Russia creating new nuclear missile system
White House says Bush knew about it
BY MIKE ECKEL; The Associated Press: Nov. 18, 2004

  MOSCOW - Russia is developing a new nuclear missile system unlike any weapon held by other countries, President Vladimir Putin said yesterday, a move that could serve as a signal to the United States as Washington pushes forward with a missile defense system.
  Putin gave no details about the system or why Russia was pursuing it, and it was unclear whether the Kremlin's cash-strapped armed forces could even afford an expensive new weapon.
  But in remarks that could also be aimed at a domestic audience, he told a meeting of the top leadership of the armed forces that the system could be deployed soon, the ITAR-Tass news agency reported.
  "We are not only conducting research and successful tests on state of-the-art nuclear missile systems, but I am convinced that these systems will appear in the near future," Putin said. "Moreover, they will be systems, weapons that not a single other nuclear power has, or will have, in the near future.
  "We'll continue our efforts to build our armed forces and its nuclear component," he said.
  ITAR-Tass indicated the new system could be a mobile version of the Topol-M ballistic missile, which have been deployed in silos since 1998. But Alexander Pikayev, a senior military analyst with Moscow's Institute for Global Economy and International Relations, said Putin seemed to be referring to the Bulava intercontinental ballistic missile, a solidfuel missile that had its first test in September.
  "Putin apparently wanted to boast the success of his military reform effort ... to both the military public," Pikayev told The Associated Press. "His statement also intended to show that Russia is regaining its status as a great power, which can't be ignored."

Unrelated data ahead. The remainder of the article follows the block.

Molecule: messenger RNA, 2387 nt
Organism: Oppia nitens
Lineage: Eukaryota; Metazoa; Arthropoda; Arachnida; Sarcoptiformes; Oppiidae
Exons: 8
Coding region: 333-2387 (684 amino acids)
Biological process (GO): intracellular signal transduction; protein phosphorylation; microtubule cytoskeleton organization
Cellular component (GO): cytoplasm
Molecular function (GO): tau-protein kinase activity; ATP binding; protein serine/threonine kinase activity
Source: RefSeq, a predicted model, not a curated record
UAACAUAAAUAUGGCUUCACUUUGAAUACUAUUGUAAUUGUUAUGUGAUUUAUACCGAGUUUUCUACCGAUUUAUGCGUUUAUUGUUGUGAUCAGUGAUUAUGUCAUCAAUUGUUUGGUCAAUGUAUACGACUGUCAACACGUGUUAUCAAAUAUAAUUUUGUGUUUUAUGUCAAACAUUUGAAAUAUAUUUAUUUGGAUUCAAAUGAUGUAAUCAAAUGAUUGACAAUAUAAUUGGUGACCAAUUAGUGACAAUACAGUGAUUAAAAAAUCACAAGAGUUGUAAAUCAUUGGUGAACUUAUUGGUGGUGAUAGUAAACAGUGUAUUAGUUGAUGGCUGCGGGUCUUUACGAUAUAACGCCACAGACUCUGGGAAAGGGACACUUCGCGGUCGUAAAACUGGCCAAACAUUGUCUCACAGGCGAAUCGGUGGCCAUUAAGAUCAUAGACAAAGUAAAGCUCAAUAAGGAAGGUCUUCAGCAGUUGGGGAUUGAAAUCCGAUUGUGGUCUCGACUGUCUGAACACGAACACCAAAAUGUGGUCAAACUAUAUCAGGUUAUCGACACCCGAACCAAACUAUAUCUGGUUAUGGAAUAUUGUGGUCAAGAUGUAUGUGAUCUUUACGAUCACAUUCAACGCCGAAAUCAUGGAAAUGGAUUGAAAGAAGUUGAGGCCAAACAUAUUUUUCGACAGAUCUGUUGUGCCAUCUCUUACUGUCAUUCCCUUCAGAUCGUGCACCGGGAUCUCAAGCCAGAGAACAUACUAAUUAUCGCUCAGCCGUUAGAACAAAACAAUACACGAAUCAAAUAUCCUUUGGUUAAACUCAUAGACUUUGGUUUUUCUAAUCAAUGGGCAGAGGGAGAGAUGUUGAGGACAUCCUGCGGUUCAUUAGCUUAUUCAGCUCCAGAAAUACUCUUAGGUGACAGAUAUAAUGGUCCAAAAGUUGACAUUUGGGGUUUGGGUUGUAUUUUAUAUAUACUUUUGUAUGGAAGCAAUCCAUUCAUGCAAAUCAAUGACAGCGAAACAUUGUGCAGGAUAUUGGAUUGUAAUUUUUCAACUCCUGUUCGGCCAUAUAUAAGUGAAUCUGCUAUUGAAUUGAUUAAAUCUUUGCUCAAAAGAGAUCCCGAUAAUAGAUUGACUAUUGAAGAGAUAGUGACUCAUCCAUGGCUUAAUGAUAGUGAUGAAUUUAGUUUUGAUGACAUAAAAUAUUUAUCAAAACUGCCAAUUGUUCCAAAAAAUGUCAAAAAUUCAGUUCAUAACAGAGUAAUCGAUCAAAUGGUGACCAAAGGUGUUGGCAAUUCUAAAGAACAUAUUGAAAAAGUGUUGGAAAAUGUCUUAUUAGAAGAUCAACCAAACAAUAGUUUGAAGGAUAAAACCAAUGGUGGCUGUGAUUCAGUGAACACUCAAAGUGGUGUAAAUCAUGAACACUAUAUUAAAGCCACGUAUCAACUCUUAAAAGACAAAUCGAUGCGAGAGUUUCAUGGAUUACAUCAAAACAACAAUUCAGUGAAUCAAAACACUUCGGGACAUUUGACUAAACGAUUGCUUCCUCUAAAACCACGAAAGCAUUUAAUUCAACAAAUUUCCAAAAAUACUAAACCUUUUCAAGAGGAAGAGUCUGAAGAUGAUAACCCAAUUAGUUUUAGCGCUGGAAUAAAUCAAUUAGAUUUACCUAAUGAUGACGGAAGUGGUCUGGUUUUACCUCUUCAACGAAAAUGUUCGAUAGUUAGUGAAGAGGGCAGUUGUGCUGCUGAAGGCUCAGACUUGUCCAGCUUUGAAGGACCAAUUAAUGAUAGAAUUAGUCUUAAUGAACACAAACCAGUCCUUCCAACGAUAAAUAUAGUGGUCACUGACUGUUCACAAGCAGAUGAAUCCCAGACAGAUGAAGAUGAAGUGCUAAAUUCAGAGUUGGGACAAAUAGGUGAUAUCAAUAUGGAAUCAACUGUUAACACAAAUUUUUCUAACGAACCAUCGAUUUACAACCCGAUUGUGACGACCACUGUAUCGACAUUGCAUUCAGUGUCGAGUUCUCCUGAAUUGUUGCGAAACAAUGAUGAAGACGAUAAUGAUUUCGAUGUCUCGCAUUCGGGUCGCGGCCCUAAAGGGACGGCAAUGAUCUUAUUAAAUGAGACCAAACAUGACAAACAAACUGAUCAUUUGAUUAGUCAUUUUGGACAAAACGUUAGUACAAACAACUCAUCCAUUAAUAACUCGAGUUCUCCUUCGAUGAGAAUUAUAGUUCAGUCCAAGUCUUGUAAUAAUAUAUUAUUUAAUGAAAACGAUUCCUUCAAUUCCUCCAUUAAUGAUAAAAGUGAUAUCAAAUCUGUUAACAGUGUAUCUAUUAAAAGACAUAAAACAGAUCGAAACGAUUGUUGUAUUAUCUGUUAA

Russian officials had stated earlier that the Bulava could be developed in both sea and land based versions and equipped with warheads capable of penetrating missile defense, Pikayev said.
  He said if the Bulava proves capable, it would represent a major success because it would show that Russia has succeeded in modernizing its missile forces despite the shortage of funds.
  "It will ring the bell for the Americans, forcing Washington to reassess its estimates," Pikayev said.
  White House spokesman Scott McClellan said it wasn't news to the Bush administration, and that President Bush and Putin had discussed the issue previously. He emphasized there were agreements in place to reduce the two countries' nuclear arsenals and noted Moscow is a partner in the war on terrorism.
  McClellan suggested that close ties between Bush and Putin makes alarm unnecessary, but doesn't eliminate Washington's concern.
  "We have a very different relationship than we did in the Cold War," he said. "The fact that we do have a good relationship enables us to speak very directly to our Russian friends."
  Christopher Langton, head of defense analysis at London's International Institute for Strategic Studies, said it appeared to be the first time that Russian officials had spoken publicly about a new deterrent, though he has no idea what the system might be.
  "He said it was, firstly, unique and, secondly, capable of defeating any space-based defense system, which is clearly putting the spotlight on the anti-missile of the United States," Langton said.
  Military reform is a high priority for Putin, Langton noted, adding that Russia's conventional forces have proved difficult to improve. Missile forces, however, serve as a deterrent simply by their existence, he said.
  "He is sending a very clear message that Russia is not going to be rolled over by the United States or NATO," he said.
  A doctrine Putin signed in 2001 makes it easier for Russia's leaders to use nuclear weapons to oppose any attack.